Paul Boyette Q&A
The DT is ready to pair with fellow 2012 signee Malcom Brown
Editor's note: Before Texas' 2012 recruiting class arrives on campus, HornsNation will talk with each of the incoming freshman one more time before their college careers begin.
More on Boyette
Carter Strickland:Right now Texas has its two-deep set at defensive tackle with Ashton Dorsey, Brandon Moore, Chris Whaley and Desmond Jackson. The most likely starters there are Dorsey and Moore, but the other two will play and Jackson could even push for starting time. That leaves little room for an incoming freshman. And that leaves Boyette looking at a redshirt year.
It would not be impossible for Boyette to see some time at tackle. But in order to do so he will have to beat out another incoming freshman, Malcom Brown. The defensive tackle from Brenham is expected to play right away. But Boyette's size could be an asset to help plug the middle. It's just that he may not have the strength requires as of yet to compete on the interior of the line.
Mack Brown's take:
I don't think we've signed a guy from Humble [Texas], at the University of Texas. I know we haven't since I have been here. He's about 300 pounds as a defensive tackle. Big inside guy. Another guy that loved Texas. Most of these guys committed on junior day last year. But he's a load and will be an inside guy. Nose tackle. We've recommitted to get stronger in our lines of scrimmage. We wanted to get bigger, stronger guys on both sides of the ball. We feel like that's where it all starts -- down the middle. And we think in this class that we have addressed that on both sides.
The 6-foot-4, 295-pound signee from Humble has big expectations for himself and isn't interested in redshirting this fall.
In an interview with HornsNation, Boyette Jr. explains why signing with the Longhorns was an easy decision and what makes him confident he'll make an impact at Texas.
HornsNation: Are you ready to finally become a Longhorn in a few weeks?
Paul Boyette Jr.: I'm looking forward to it a lot. This is my last week of school, so I'm really looking forward to it. I've been on top of my grades and working out every day.
HN: How is the Bennie Wylie workout plan going for you so far?
PB: Real good. At first I dropped 10 pounds of fat, and then I gained 10 or 12 pounds of muscle. So it's working real good. I'm about 295 or 300 pounds right now.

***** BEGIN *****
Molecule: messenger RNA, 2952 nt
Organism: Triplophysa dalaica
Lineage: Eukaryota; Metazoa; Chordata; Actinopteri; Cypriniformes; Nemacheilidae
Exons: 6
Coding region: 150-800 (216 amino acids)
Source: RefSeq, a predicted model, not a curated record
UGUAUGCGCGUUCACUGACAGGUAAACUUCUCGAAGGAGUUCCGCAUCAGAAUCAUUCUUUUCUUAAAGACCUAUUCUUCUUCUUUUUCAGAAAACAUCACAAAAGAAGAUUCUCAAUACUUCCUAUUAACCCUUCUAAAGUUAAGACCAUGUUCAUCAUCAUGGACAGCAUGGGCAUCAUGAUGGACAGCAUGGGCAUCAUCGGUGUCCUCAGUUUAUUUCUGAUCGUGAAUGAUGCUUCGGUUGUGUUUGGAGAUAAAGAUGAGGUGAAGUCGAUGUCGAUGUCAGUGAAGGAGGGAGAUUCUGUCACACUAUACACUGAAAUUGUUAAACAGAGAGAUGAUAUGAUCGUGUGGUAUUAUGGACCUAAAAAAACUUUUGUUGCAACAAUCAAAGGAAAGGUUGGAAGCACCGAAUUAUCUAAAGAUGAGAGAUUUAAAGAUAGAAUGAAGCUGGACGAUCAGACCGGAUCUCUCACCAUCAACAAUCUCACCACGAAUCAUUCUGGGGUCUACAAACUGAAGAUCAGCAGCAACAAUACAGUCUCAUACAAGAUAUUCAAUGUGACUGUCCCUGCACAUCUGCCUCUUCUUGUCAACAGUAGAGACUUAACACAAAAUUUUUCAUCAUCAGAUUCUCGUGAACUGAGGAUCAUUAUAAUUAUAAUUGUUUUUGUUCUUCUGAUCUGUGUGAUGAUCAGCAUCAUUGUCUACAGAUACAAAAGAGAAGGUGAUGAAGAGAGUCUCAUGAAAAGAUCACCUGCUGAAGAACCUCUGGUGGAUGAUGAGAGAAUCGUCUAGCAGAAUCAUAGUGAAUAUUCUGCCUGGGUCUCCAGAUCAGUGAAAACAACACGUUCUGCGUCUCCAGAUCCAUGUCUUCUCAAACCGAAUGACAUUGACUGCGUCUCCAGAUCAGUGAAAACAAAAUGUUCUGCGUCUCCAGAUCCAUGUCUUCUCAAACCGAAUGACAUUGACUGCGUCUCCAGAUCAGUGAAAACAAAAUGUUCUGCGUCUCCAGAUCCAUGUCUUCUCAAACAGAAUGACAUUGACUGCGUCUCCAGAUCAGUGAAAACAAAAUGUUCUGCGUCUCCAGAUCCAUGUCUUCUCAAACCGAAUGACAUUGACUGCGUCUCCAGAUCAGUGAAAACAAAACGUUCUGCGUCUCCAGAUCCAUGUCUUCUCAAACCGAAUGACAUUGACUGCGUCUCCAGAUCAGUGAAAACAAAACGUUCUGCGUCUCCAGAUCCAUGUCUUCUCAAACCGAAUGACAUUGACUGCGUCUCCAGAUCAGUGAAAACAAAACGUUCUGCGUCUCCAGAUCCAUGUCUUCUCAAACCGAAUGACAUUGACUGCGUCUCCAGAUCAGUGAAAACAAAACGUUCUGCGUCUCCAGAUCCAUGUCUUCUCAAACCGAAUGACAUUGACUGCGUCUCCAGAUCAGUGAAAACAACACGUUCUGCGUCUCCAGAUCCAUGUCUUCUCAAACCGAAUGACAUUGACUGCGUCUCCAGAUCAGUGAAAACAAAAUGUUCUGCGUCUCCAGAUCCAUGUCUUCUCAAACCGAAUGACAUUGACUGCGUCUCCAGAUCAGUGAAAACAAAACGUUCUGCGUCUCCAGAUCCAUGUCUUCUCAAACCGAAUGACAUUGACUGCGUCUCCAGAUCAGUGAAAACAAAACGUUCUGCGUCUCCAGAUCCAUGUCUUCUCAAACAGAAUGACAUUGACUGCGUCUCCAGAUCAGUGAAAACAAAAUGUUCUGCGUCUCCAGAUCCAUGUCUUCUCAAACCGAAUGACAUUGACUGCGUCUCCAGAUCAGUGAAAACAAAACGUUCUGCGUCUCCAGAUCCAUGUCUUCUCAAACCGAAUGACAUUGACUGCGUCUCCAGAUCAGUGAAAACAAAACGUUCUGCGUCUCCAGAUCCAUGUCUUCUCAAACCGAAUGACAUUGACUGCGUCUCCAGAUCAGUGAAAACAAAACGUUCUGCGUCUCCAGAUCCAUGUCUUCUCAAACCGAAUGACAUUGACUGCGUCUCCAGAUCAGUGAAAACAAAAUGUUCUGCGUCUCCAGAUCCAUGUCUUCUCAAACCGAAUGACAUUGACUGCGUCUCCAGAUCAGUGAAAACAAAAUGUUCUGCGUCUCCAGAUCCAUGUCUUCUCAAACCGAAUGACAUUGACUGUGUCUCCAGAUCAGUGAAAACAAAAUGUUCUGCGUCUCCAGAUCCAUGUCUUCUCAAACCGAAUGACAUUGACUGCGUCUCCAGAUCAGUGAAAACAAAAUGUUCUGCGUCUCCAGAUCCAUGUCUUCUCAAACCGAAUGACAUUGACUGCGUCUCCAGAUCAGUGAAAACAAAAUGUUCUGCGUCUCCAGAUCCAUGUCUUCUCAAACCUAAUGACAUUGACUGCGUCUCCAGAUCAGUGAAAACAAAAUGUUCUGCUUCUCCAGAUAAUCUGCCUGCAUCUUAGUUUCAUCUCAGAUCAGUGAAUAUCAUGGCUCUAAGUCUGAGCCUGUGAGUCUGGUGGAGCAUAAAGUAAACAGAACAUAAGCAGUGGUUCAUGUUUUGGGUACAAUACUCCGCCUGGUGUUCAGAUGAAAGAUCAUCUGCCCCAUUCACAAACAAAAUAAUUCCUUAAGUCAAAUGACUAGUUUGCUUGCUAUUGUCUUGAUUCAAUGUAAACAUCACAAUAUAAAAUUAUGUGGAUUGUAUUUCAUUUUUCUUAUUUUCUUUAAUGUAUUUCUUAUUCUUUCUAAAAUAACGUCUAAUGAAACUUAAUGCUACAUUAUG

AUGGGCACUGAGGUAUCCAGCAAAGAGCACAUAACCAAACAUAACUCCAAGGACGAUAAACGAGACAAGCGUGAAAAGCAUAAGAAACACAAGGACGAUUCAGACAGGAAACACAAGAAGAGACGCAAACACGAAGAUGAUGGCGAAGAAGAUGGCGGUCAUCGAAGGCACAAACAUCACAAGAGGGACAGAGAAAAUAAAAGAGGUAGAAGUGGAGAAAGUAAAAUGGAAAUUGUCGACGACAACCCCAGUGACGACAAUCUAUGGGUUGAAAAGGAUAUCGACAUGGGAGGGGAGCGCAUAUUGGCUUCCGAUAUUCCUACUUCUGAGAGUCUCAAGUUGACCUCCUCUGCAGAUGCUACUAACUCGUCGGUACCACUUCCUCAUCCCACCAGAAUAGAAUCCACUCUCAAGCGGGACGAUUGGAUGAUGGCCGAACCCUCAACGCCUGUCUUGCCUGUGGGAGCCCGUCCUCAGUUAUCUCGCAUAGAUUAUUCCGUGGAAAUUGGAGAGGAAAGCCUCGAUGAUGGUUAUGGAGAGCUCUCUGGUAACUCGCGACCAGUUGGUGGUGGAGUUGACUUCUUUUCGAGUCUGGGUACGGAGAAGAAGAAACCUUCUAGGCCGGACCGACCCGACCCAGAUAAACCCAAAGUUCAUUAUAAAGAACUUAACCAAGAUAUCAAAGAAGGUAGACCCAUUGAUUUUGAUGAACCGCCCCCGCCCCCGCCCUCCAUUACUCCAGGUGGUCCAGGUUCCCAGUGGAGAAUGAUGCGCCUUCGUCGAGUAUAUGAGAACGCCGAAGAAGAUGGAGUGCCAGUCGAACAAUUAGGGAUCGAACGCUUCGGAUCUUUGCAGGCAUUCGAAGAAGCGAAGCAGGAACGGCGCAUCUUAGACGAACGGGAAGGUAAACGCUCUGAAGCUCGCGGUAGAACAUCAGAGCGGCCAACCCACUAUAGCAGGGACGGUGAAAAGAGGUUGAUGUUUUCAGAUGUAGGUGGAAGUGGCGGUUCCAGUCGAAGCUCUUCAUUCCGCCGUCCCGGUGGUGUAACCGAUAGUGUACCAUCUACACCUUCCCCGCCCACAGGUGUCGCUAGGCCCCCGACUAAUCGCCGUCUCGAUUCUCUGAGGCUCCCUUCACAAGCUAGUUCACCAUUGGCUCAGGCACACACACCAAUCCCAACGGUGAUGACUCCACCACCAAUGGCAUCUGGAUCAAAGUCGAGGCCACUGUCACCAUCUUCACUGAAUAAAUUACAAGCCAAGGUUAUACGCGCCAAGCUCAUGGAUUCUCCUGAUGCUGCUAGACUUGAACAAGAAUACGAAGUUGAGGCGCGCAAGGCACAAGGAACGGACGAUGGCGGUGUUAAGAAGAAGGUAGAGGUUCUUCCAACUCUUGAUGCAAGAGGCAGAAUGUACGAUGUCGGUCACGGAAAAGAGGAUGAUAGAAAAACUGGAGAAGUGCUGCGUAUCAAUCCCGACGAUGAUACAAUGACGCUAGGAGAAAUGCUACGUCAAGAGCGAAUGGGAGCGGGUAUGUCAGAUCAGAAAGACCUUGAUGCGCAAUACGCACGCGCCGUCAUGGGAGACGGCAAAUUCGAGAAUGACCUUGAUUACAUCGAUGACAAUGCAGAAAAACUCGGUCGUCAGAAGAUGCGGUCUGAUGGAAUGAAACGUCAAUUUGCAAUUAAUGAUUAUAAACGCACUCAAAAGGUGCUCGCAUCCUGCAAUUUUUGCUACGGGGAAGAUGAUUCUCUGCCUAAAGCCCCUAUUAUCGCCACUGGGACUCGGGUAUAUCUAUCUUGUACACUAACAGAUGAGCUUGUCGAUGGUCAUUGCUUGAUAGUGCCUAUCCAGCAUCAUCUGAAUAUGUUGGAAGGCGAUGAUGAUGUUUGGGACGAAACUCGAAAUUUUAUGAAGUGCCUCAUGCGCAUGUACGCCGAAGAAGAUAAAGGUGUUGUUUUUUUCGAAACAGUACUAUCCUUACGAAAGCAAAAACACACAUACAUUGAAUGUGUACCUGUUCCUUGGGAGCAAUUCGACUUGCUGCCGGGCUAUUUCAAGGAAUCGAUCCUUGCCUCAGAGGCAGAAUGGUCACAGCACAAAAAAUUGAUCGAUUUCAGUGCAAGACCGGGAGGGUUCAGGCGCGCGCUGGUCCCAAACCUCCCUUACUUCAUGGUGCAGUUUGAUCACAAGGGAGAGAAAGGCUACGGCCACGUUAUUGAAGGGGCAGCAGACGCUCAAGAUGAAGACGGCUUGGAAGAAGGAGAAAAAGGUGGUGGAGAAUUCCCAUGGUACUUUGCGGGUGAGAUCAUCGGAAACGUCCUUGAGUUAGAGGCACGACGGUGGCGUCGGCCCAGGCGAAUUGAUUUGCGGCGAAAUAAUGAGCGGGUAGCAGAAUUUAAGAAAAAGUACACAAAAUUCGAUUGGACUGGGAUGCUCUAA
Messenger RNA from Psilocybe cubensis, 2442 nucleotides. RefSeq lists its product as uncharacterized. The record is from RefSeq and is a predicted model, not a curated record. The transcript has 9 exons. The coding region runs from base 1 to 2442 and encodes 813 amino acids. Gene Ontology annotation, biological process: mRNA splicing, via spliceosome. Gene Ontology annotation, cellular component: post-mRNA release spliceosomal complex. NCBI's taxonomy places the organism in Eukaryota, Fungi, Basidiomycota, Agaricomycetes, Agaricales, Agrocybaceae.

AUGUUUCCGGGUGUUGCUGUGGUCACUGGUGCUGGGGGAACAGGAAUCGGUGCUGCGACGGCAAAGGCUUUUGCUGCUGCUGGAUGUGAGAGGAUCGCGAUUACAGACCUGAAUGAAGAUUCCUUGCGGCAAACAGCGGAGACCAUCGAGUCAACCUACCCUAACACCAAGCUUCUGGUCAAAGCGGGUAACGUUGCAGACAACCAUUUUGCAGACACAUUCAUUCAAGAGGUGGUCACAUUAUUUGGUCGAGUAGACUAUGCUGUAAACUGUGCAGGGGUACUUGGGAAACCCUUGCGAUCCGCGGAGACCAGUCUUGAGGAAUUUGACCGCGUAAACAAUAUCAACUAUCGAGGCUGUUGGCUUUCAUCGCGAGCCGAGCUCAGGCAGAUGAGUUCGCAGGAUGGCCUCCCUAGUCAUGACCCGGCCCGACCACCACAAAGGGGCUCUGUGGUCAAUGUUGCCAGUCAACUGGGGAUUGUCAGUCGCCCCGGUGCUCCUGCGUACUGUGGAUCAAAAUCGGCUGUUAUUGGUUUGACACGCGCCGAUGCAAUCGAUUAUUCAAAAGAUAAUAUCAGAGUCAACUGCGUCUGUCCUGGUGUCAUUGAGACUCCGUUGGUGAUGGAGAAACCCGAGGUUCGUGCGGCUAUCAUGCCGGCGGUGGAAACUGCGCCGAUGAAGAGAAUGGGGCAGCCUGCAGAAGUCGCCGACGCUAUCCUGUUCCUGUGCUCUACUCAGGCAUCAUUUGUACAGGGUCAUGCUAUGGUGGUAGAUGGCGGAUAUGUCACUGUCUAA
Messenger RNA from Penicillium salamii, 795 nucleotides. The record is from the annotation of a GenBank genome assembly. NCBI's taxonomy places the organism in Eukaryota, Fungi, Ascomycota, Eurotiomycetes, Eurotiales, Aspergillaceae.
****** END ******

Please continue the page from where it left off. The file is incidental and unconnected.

HN: Who are you going to live with in the dorms at Texas?
PB: Desmond Jackson, one of my best friends. We've been friends a long time. He didn't have to force me to be a Longhorn or anything, because I've wanted to be a Longhorn ever since I was 6 years old. That's just icing on the cake to be there with one of my best friends.
HN: I know you've had a lot of family members go to UT. Does that make this opportunity mean even more to you?
PB: Yes sir, it really does. It's a real eye-opener, you know? I mean, I had 27 offers. I could've went anywhere. But I didn't want to leave this state, so why not go where half of my family has already been? I love the atmosphere and I love the 40 Acres. I just love Austin.
HN: Tell me about that experience of landing all those offers. How difficult was it to settle on a school in February of your junior year?
PB: I can say it was difficult. When I committed in February, I still had plenty of colleges who were still calling me, asking me to decommit, asking me to come there for junior days or official visits to see their campuses. But my heart was sold on Texas. I wasn't going to go nowhere else.
HN: To have offers from schools like Alabama, Florida State, Oklahoma and all these big-time schools, was it tempting to wait things out more and do some visits?
PB: Yes it was. I wanted to see how many more offers I could rack up, but my heart was already sold on Texas when I went up there my sophomore year. It was a big test for me, but when it came down to it I knew where I wanted to be.
HN: Did you ever think about the fact you had that option to check out other schools during your senior season, or were you happy with sticking to your plan?